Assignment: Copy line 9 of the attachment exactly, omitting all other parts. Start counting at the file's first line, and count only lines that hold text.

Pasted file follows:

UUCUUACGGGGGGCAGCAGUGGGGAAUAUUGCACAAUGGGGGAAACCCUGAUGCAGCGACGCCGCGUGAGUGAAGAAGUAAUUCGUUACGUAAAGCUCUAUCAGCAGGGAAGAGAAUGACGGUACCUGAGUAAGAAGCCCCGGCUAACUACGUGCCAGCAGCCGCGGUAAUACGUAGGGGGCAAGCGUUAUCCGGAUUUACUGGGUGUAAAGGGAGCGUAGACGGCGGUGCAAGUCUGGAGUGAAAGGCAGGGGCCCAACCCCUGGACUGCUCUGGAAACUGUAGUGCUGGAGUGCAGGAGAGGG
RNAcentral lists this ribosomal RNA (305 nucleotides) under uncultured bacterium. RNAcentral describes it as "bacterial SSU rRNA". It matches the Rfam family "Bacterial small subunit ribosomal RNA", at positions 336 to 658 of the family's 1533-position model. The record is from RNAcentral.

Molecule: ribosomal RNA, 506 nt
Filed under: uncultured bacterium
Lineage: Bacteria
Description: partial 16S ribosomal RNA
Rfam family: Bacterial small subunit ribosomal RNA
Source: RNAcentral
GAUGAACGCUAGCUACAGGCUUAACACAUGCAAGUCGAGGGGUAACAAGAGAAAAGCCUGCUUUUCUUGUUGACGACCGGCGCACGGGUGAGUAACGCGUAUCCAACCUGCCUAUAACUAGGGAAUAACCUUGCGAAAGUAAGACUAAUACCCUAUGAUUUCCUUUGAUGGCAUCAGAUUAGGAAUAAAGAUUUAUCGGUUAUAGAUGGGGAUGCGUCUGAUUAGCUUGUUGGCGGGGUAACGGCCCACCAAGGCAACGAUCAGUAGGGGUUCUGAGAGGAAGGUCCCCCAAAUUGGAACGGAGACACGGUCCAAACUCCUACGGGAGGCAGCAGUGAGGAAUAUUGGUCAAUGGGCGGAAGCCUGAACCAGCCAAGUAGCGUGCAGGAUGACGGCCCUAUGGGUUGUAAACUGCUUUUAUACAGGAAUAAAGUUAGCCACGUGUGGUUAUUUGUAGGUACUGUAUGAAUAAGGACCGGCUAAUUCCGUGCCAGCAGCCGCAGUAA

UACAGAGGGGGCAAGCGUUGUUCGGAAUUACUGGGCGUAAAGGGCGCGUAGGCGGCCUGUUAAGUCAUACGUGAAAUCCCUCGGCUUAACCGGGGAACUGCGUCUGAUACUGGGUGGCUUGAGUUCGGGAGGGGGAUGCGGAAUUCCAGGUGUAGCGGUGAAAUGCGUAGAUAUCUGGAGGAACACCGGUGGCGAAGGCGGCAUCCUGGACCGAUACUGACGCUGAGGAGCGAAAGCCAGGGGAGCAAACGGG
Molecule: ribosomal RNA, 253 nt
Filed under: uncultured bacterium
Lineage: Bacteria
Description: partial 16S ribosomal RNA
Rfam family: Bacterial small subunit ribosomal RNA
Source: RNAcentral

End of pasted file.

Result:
GAUGAACGCUAGCUACAGGCUUAACACAUGCAAGUCGAGGGGUAACAAGAGAAAAGCCUGCUUUUCUUGUUGACGACCGGCGCACGGGUGAGUAACGCGUAUCCAACCUGCCUAUAACUAGGGAAUAACCUUGCGAAAGUAAGACUAAUACCCUAUGAUUUCCUUUGAUGGCAUCAGAUUAGGAAUAAAGAUUUAUCGGUUAUAGAUGGGGAUGCGUCUGAUUAGCUUGUUGGCGGGGUAACGGCCCACCAAGGCAACGAUCAGUAGGGGUUCUGAGAGGAAGGUCCCCCAAAUUGGAACGGAGACACGGUCCAAACUCCUACGGGAGGCAGCAGUGAGGAAUAUUGGUCAAUGGGCGGAAGCCUGAACCAGCCAAGUAGCGUGCAGGAUGACGGCCCUAUGGGUUGUAAACUGCUUUUAUACAGGAAUAAAGUUAGCCACGUGUGGUUAUUUGUAGGUACUGUAUGAAUAAGGACCGGCUAAUUCCGUGCCAGCAGCCGCAGUAA